April 25 2013
Out-Spent, Out-Numbered, Out-Researched: The Power Of Progressive Women's Groups
It’s no secret Republicans have a women problem. We’ve read plenty about women voters who supported President Obama 55-44, creating an 11-point gender gap. But we have paid scant attention to the wealth of Progressive women’s organizations that helped drive this victory, their vast funding capability, or the fact that they’re armed with a new science of politics.
The Obama victory owes a lot to its feminist allies, which identified unmarried women as a critical voting bloc and executed a strategic campaign to get them to the polls. Today pro-Democratic women’s groups dominate the Progressive political landscape, serving a critical role in growing government and keeping Democrats in power. The National Organization of Women (NOW), American Association of University Women (AAUW), National Women’s Law Center (NWLC), National Council for Research on Women, Catalyst, EMILY’s List, Women’s Voices Women Vote (or, Voter Participation Center), the League of Women Voters, Center for American Women and Politics, and Institute for Women’s Policy Research (to name a few) are research, grassroots, and fundraising machines.
In 2012 EMILY’s List, a PAC geared toward electing Democratic female candidates, raised more than $51 million dollars. Similarly Catalyst, which aims to put more women in positions of leadership, closed out the fiscal 2010-11 year spending more than $12 million on programs and grants. The well-known League of Women Voters invested $9 million to invest into programs and development. And in 2010 – during an off-year election – Women’s Voices Women Vote and WVWV Action’s combined revenue totaled more than $8 million.
And this money appears to be well spent. Women’s groups on the left have been pouring resources into sophisticated social science research and controlled experiments to determine best practices. In fact, fifteen years ago, political scientists Alan Gerber and Donald Green conducted one of the first real world field experiments with the League of Women Voters in New Haven, Connecticut. That’s why the LWV has known for seven Congressional cycles that canvassing is most cost-effective and phone-banking is ineffective at turning out voters.
In 2012 WVWV – a group that was only founded in 2005 – had the capacity to target 25 states in an effort to register more than one million unmarried women. They provided vote-by-mail applications, Public Service Announcements to share with friends, and online resources to increase voter turnout among unmarried women. And as the organization trumpets, “every VPC/WVWV program uses a randomized clinical trial design for evaluation.” Every program is scientifically tested.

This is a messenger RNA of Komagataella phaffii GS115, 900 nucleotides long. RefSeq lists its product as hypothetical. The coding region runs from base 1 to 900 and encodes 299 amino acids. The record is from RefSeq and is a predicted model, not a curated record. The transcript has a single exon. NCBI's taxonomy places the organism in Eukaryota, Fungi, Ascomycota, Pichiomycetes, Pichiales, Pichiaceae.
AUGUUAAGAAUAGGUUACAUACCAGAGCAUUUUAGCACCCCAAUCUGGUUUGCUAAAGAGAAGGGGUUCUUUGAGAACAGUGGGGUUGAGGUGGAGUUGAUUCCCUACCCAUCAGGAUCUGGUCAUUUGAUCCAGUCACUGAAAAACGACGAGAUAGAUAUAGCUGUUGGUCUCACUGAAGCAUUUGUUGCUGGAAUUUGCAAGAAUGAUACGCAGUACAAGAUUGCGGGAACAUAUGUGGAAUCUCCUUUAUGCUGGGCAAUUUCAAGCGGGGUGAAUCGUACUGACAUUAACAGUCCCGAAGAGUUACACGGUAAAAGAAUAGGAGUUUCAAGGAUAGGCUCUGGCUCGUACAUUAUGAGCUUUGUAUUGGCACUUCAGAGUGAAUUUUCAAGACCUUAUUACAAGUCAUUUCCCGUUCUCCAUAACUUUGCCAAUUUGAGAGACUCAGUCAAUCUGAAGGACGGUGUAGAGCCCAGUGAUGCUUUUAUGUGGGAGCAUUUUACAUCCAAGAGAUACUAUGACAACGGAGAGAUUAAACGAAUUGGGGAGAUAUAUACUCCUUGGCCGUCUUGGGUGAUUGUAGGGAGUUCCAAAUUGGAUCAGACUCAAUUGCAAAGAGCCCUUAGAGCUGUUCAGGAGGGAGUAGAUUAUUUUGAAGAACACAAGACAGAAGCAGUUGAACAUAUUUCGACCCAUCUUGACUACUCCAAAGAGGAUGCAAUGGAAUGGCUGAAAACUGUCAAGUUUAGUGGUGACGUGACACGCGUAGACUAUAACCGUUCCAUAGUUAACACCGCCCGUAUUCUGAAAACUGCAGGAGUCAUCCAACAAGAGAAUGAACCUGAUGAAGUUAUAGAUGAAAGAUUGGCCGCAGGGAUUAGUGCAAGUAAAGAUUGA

Against this tapestry of Progressive organizations pouring millions into research and programs, what do we have on the Right? The reality is when it comes to securing women voters conservatives are out-numbered, out-researched, and outspent.
AEI’s Christina Hoff Sommers said it best at a recent IWF policy forum, “Conservative leaders and funders don’t take women’s issues seriously. They tend to treat women’s groups like the Ladies Auxiliary and women’s issues as a distracting side show.”
Sommers is right. Conservatives and Republicans have very little idea of what they’re up against or what to do about it. Most organizations on the Right test almost nothing, and certainly don’t support multiple organizations devoted to scientifically finding out what works with women.
The Right can count among their ranks exceptional individuals like Hoff Sommers, Diana Furchgott-Roth, June O’Neill, Carrie Lukas, and Kay Hymowitz, writing independently at different think tanks. There are a handful of women’s groups like the Independent Women’s Forum, where I’m the executive director, and our sister organization the Independent Women’s Voice, as well as Concerned Women for America, Clare Boothe Luce Policy Institute, Smart Girl Politics, and VIEW Pac, which raised a mere $346,000 during the 2012 election to help elect Republican women candidates.
What the Right lacks is serious interest and investment in finding out how to move more women to our side. If conservatives truly want to shrink the gender gap and win elections, women can no longer be an after-thought. Conservatives need to invest meaningful resources into the groups that are speaking to women. And conservatives must embrace social science research, digital communications, and boots on the ground to find out what works and with whom. At the Independent Women’s Forum and Independent Women’s Voice, we have run a host of randomized-controlled message and field experiments in several states with sound results. But so much more needs to be done.
Women need to hear a competing vision. When conservatives and Republicans unilaterally disarm and don’t bother to engage with more than 50 percent of the voting public, we can’t win. The Right must move beyond its fear of playing gender politics, and recognize that men and women might have different ways of looking at things. It’s not pandering: it’s simply choosing to engage.
Sabrina Schaeffer is the executive director of the Independent Women's Forum and a Forbes contributor.